Graham’s Aluminum Steel-Replica Window Shines Again
February 18, 2021
Historic Power Plant Becomes “The Battery”
Window installation at the Battery Project, along the Delaware river in Philadelphia, PA has begun. The windows are only part of a much larger effort to convert the abandoned Philadelphia Electric Company’s (PECO) Delaware Power Station into a mixed use property.
The PECO Delaware Power Station was put into operation in 1920 after several years of storied development, including some setbacks in design, and construction stoppages due to World War I. Work began in 1917 but shut down several months later due to lack of funds as investors were wary during wartime. Two years later the project was breathed new life with solid funding and it was completed in the fall of 1920. The building was designed in the “Beaux Arts” style to reflect a strong sense of power and stability that would support PECO’s business for the future. The plant underwent several renovations throughout the 20th century and was finally decommissioned in 2009.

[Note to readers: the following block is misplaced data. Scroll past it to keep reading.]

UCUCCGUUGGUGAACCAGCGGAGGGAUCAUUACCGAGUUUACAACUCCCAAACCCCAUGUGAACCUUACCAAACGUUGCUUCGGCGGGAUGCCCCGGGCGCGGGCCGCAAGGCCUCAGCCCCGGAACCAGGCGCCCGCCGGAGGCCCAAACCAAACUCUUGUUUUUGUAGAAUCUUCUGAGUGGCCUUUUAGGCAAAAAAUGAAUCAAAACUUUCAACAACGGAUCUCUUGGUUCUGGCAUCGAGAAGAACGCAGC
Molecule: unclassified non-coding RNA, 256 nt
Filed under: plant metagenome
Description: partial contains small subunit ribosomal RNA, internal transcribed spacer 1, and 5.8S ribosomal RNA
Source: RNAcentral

The site has been used in several films over the years owing to the appeal of its grand historic design and ominous interiors. It was added to the National Register of Historic Places in 2016. Since then there have been various proposals to redevelop the property which have only recently come to fruition. While final plans are still unclear, the project is expected to provide living, recreational, and office space for tenants.
To meet the project’s historic replication requirements, Graham is supplying over 1,140 of our SR6700 Steel Replica product to fill 482 openings. Fixed and awning windows with cam locks, 4-bar hinges, and limiting devices are being installed. Accessories include a custom unitized receptor and subsill, and a custom vertical mullion.
|Graham windows partially installed|
To find out more about the Graham window and door products used on this project, contact Jim Eisenbeis, Graham’s Director of Marketing.